By Aaron McFarling
A CHILD DROPPED the baseball he'd brought to be autographed. It rolled a few feet, then came to a stop in front of a memorial stone, inscribed with the name of one of the 32 victims. The boy reached down to pick up the ball.
Two buses pulled up. "They're here!" someone said.
And the New York Yankees - first Derek Jeter, then Jorge Posada, then star after star after star - stepped off the bus es and onto the campus of Virginia Tech.
They were here to play a baseball game. But before they did, they wanted to honor the victims of April 16.
So each player stood in a semicircle, facing Burress Hall. After a short ceremony, the players boarded the buses again and headed to the field.
Was it a made-for-TV moment? Of course it was.
But for the dozens of us who were there Tuesday, the Yankees' simple presence at the memorial forced us to do something.
It forced us to look at the names.
They simply didn't have to do it. That's what strikes everybody as so unusual, so moving. When the Yankees wrote a check last year for $1 million, earmarked for the families of the 32 shooting victims, most of us thought that was generous.
But the Yankees, led by owner George Steinbrenner, wanted to do more. They wanted to come to Tech, play a game and help however they could.
What this day turned out to be was a special blend of remembrance, connection and fun. It was a signal that things have gotten better. It was a reward for students and especially the Tech baseball team, which stood on the athletic department's front lines after the tragedy.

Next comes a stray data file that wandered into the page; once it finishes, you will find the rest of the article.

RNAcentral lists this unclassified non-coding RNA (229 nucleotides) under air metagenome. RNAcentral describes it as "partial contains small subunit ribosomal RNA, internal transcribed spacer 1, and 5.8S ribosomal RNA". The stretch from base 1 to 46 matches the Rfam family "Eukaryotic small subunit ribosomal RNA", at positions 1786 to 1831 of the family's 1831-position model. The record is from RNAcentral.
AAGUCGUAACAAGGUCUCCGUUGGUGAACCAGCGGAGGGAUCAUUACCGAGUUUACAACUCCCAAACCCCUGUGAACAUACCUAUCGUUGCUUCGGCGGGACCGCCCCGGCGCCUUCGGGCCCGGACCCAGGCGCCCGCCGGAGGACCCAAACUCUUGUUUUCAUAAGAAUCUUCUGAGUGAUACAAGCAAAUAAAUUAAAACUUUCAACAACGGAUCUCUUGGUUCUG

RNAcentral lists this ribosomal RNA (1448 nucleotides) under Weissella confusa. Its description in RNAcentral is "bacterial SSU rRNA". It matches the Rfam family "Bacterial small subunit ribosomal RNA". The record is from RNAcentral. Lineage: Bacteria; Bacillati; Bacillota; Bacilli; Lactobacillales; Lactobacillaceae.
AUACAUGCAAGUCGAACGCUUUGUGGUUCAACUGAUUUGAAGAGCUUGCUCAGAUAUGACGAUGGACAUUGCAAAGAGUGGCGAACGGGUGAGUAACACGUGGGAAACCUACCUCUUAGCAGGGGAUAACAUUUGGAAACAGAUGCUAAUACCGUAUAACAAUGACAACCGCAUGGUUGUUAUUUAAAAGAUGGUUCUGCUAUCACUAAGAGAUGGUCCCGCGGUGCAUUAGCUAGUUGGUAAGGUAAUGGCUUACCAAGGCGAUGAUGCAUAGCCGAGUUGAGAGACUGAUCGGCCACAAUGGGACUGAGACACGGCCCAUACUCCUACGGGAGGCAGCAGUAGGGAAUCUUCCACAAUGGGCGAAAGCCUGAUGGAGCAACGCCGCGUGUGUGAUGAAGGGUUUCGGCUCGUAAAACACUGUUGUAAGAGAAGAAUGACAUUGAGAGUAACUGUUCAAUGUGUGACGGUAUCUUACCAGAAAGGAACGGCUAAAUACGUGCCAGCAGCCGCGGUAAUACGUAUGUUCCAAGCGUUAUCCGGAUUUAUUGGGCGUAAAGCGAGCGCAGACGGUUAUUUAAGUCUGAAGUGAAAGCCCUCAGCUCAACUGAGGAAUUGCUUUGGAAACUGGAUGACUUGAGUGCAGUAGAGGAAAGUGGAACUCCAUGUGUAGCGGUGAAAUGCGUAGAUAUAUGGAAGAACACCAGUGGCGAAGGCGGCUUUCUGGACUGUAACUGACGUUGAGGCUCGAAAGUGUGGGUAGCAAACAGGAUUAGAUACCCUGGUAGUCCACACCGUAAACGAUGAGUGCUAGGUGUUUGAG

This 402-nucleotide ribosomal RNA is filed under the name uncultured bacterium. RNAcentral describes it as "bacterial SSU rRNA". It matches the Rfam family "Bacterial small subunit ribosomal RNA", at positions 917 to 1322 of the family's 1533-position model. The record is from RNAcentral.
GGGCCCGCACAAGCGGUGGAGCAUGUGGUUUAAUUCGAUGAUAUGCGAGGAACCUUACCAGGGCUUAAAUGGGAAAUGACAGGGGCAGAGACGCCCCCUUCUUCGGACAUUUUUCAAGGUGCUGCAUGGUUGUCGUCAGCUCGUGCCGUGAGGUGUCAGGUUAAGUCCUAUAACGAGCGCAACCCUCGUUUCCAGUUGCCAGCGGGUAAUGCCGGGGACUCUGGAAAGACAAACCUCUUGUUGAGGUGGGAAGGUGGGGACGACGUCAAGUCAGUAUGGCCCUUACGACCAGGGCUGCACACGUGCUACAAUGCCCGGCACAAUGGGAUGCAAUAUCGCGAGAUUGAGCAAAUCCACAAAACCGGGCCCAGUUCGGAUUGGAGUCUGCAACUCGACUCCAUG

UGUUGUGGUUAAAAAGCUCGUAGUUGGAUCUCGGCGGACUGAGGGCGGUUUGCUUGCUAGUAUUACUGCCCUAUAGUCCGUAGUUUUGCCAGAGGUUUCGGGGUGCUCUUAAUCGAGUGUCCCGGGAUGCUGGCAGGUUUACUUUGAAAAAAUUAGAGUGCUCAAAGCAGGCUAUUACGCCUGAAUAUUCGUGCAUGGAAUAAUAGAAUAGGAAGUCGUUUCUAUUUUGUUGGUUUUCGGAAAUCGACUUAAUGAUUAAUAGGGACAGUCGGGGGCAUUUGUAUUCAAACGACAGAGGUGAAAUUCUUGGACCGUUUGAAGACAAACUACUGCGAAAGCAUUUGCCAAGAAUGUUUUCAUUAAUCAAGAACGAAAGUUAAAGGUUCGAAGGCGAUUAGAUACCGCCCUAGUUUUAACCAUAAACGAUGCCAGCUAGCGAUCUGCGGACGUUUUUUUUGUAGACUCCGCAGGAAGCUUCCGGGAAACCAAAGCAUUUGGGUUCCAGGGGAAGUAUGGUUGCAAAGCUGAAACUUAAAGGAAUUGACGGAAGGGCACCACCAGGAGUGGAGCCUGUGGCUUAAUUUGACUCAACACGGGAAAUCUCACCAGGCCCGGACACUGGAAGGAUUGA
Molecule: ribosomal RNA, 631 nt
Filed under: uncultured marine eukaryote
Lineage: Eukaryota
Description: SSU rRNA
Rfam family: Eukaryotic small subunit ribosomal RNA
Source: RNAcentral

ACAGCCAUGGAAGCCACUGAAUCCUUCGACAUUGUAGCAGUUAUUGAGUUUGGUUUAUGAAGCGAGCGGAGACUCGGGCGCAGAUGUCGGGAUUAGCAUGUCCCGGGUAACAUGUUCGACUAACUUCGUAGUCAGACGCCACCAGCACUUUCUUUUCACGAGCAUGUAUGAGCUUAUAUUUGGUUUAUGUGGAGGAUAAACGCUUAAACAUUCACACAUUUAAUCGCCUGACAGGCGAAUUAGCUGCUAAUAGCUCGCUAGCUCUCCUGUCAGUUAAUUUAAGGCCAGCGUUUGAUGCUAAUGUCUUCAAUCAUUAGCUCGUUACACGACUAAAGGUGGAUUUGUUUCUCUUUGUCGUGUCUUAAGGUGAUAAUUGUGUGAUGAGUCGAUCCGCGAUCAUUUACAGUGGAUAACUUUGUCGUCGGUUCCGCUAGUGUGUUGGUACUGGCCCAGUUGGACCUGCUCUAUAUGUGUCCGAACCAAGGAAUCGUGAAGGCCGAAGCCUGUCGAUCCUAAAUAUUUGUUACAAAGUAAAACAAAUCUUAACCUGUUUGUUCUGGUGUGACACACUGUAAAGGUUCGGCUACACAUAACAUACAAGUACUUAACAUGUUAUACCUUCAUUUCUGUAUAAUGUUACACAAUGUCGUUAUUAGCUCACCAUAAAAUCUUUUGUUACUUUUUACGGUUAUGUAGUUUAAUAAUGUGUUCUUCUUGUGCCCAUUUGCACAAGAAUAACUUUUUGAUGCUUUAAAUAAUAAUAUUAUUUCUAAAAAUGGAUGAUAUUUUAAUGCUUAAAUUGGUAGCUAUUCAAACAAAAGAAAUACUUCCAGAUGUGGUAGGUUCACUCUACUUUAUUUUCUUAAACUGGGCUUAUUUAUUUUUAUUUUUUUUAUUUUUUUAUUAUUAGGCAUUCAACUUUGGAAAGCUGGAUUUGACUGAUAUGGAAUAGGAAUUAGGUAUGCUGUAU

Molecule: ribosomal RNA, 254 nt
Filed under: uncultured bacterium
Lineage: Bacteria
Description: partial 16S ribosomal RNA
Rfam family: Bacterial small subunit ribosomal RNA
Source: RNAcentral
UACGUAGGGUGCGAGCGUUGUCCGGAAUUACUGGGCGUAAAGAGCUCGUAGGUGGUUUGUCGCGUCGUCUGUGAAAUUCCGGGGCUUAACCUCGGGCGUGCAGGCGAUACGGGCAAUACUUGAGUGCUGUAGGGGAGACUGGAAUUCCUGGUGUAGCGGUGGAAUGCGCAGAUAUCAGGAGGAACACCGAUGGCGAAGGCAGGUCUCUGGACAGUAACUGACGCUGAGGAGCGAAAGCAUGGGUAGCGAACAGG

In short, it was another positive milepost along Tech's recovery road.
They simply had to do it. That's what they remember most. As they pulled on their uniform s April 20, just four days after the most deadly campus shooting in U.S. history, the Virginia Tech baseball players felt an overwhelming sense of responsibility.
"Like I said then, that was a game I'll never forget," Tech leftfielder Jose Cueto said. "And now, almost a year later, I'll say it again: It's definitely something I will never forget. I will never forget the day we played Miami."
Nor will anyone who was there. The response from the community and campus was stirring, as a record crowd of 3,132 showed up to English Field.
"I just remember it was the hardest day of my coaching life," Tech coach Pete Hughes said. "To come out and actually play when you didn't want to play... just to get a community feeling right again. What an honor to do that."
Even then, you could tell it helped. But as Hughes spoke Tuesday, the Yankees were taking batting practice. The fans, 5,300 strong, were jamming into temporary bleachers to get ready for a game.
The difference between the two scenes was undeniable.
"I get asked a lot by people who know I go to school here, and I tell them it's back to where it should be," Tech infielder Matt Hacker said.
The Yankees could have assumed that and never visited. The fact that they did come helped us to see.
And the thoughts of most everyone were expressed in a sign a woman held at the memorial.
It read simply: "Thank you."